If I'm asked to suggest capable studio monitors at the budget end of the price range, the Fostex PM series of two-way speakers always end up on my list, and the range has recently been augmented by the first active three-way monitor, the PM8.4.1. Finished in an unassuming black, the ported cabinets are joined by a matt-black baffle. Each speaker measures 70 x 432 x 290 mm and weighs 13.4kg. There's nothing really radical about the design, which is centred around an eight-inch woofer powered by a 60W amp, while separate mid-range and high-frequency drivers each have their own 18W amp. The four-inch mid-range driver has a separate acoustic enclosure, and the highs are accommodated via a 0.75-inch soft-dome (Urethane Film Laminated Cloth) tweeter. The woofer cone and the mid-range diaphragm are formed from Kevlar and paper, so they're both stiff and light. A three-way crossover feeds the different power amps, and a frequency response of 50Hz to 25kHz (±3dB) is achieved.
Rear-panel controls include three HF settings (+1/0/-1 dB at 10kHz) and three LF settings (+3/0/-3 dB at 60Hz) that can be used to adjust the monitors' tonality to suit the room acoustics or user's preference. A finned heatsink protrudes from the rear, and there's also a rotary control to set level. Both balanced jack and XLR analogue inputs are provided. Power comes in via the usual IEC socket, and a front-panel LED lets you know whether the speakers are switched on.
I tested these speakers with a variety of material, and they have what I'd describe as a typical Fostex PM-series family sound. For those of you unfamiliar with this range, this means that they're pretty well balanced, with the lows being adequately deep and reasonably tight-sounding, given that this is a ported cabinet. The addition of a separate mid-range driver gives vocals and other mid-range sounds a more natural and open tonality than the two-way versions, and also allows the HF crossover frequency to be set higher, so that the tweeter is better able to operate in its comfort zone. I'd describe the HF character as crisp, but it's not overbearingly aggressive. Being realistic, I'd say that the tonal balance is pretty much what most users seem to expect from a near-field speaker these days, with slightly larger-than-life highs helping to get transient detail across.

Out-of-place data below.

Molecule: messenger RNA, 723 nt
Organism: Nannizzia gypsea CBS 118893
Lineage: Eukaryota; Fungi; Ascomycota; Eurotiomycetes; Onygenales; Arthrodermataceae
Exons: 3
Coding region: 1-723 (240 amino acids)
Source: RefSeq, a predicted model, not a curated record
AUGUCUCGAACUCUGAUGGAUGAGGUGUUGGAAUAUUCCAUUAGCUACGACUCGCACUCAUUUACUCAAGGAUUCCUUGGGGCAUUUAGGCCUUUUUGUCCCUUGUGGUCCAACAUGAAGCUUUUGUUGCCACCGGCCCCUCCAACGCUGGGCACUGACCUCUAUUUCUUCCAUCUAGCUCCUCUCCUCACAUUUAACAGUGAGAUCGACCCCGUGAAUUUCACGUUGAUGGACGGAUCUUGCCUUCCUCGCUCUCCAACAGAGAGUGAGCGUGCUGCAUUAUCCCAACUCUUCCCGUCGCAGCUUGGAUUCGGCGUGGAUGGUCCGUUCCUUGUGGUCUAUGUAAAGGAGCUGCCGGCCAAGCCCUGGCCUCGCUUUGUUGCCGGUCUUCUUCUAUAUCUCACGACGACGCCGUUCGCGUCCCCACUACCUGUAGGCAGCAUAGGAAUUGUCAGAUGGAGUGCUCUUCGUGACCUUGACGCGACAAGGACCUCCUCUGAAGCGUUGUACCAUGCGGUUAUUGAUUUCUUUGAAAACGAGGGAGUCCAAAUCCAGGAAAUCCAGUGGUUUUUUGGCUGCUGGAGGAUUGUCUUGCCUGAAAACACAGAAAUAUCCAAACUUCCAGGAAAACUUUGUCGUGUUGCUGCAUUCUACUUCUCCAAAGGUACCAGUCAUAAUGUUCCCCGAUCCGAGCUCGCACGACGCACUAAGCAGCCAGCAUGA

The imaging is good, and although the bass end from any ported cabinet tends to be a touch 'plummy' unless it's very well damped, there's no sense that the lows are in danger of running out of control. There's a decent sense of focus, too, with good definition between instruments.
These monitors fall into a price bracket between entry-level monitors and what we think of as more serious speakers, so they should attract a lot of attention from those on a budget who want something a little better and are prepared to pay just a little more for it. While more expensive speakers will obviously do better in respect of both focus and bass tightness, the PM8.4.1 is certainly a speaker I could mix on and feel confident that the results would translate to the outside world.
In short, then, these are attractively-priced three-way speakers that work on a practical level to achieve well-balanced mixes. Paul White
2.1 Monitor System
This interesting monitor system uses the natural roll-off of the satellite speakers to provide the crossover with the subwoofer.
Studio Nearfield Reference Monitors
Three-way Active Monitors
Active Two-way Studio Monitors
Active Nearfield Monitors
Secondary Reference Monitors
Two-way Nearfield Active Monitors
Nearfield Monitor Speakers
2.1 Monitoring System
Active Three-way Monitors
Studio Reference Monitors
DSP Reference Monitors
Studio Monitors & Subwoofer
Active Nearfield Monitors
Active Midfield Monitors